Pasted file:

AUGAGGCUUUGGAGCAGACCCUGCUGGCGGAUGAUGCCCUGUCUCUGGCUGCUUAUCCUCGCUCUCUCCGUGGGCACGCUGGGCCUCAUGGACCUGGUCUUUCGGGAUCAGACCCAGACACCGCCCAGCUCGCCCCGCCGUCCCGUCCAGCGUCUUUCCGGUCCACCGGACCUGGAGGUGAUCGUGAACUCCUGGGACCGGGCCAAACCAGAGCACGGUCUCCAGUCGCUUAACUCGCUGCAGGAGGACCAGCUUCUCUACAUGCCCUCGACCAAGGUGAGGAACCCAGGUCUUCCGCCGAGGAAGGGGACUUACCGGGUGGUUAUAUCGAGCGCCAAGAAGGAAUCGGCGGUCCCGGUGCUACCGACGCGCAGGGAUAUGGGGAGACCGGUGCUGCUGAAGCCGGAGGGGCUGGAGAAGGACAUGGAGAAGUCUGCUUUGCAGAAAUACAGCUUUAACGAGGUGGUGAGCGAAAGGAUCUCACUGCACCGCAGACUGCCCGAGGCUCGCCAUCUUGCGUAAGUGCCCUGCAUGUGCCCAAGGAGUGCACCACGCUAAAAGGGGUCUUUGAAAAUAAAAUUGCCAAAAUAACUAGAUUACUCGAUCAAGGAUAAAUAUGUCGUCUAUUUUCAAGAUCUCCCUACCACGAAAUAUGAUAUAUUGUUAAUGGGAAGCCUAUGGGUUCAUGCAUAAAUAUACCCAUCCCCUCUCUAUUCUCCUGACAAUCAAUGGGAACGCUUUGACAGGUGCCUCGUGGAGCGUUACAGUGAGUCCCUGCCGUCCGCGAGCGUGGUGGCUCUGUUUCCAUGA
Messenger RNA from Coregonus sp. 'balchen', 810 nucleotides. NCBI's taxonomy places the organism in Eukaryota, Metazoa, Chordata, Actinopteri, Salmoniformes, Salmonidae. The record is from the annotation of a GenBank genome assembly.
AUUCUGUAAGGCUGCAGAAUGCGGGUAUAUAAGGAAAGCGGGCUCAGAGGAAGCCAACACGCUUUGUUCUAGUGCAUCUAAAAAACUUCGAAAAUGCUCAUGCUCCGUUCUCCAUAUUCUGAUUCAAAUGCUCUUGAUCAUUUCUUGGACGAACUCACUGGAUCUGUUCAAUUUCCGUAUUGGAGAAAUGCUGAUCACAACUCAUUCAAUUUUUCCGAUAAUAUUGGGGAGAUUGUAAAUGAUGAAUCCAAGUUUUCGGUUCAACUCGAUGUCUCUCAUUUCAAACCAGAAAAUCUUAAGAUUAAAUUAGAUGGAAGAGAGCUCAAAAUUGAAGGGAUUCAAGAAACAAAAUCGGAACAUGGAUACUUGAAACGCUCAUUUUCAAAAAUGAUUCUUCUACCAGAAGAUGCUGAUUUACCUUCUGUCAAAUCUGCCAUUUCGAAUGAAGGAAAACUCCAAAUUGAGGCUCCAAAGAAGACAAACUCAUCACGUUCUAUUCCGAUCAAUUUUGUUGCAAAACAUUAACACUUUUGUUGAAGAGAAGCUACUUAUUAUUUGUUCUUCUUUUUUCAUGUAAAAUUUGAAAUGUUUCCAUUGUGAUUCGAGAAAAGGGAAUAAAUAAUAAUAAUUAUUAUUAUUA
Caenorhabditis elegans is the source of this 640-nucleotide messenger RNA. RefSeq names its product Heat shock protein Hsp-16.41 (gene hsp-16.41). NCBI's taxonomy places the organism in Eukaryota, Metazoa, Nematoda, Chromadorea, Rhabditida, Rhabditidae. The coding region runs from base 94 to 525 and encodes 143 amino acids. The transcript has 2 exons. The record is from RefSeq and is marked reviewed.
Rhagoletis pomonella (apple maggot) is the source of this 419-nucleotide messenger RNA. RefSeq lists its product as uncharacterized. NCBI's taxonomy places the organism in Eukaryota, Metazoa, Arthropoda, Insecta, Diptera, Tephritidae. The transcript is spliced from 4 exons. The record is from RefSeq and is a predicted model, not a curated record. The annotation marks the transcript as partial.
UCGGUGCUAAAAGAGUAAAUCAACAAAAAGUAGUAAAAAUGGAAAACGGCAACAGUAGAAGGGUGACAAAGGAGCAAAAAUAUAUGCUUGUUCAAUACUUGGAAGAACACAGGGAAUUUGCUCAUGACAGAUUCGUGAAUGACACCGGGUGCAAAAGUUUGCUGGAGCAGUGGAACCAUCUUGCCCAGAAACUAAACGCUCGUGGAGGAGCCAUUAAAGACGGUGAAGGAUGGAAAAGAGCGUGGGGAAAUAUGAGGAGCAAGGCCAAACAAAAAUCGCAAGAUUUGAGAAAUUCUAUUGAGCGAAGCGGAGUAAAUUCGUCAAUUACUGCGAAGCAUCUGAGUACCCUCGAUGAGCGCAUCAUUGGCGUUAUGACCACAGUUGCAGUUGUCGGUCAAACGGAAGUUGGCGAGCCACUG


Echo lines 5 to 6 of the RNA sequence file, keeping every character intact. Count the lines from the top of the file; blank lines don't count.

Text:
Rhagoletis pomonella (apple maggot) is the source of this 419-nucleotide messenger RNA. RefSeq lists its product as uncharacterized. NCBI's taxonomy places the organism in Eukaryota, Metazoa, Arthropoda, Insecta, Diptera, Tephritidae. The transcript is spliced from 4 exons. The record is from RefSeq and is a predicted model, not a curated record. The annotation marks the transcript as partial.
UCGGUGCUAAAAGAGUAAAUCAACAAAAAGUAGUAAAAAUGGAAAACGGCAACAGUAGAAGGGUGACAAAGGAGCAAAAAUAUAUGCUUGUUCAAUACUUGGAAGAACACAGGGAAUUUGCUCAUGACAGAUUCGUGAAUGACACCGGGUGCAAAAGUUUGCUGGAGCAGUGGAACCAUCUUGCCCAGAAACUAAACGCUCGUGGAGGAGCCAUUAAAGACGGUGAAGGAUGGAAAAGAGCGUGGGGAAAUAUGAGGAGCAAGGCCAAACAAAAAUCGCAAGAUUUGAGAAAUUCUAUUGAGCGAAGCGGAGUAAAUUCGUCAAUUACUGCGAAGCAUCUGAGUACCCUCGAUGAGCGCAUCAUUGGCGUUAUGACCACAGUUGCAGUUGUCGGUCAAACGGAAGUUGGCGAGCCACUG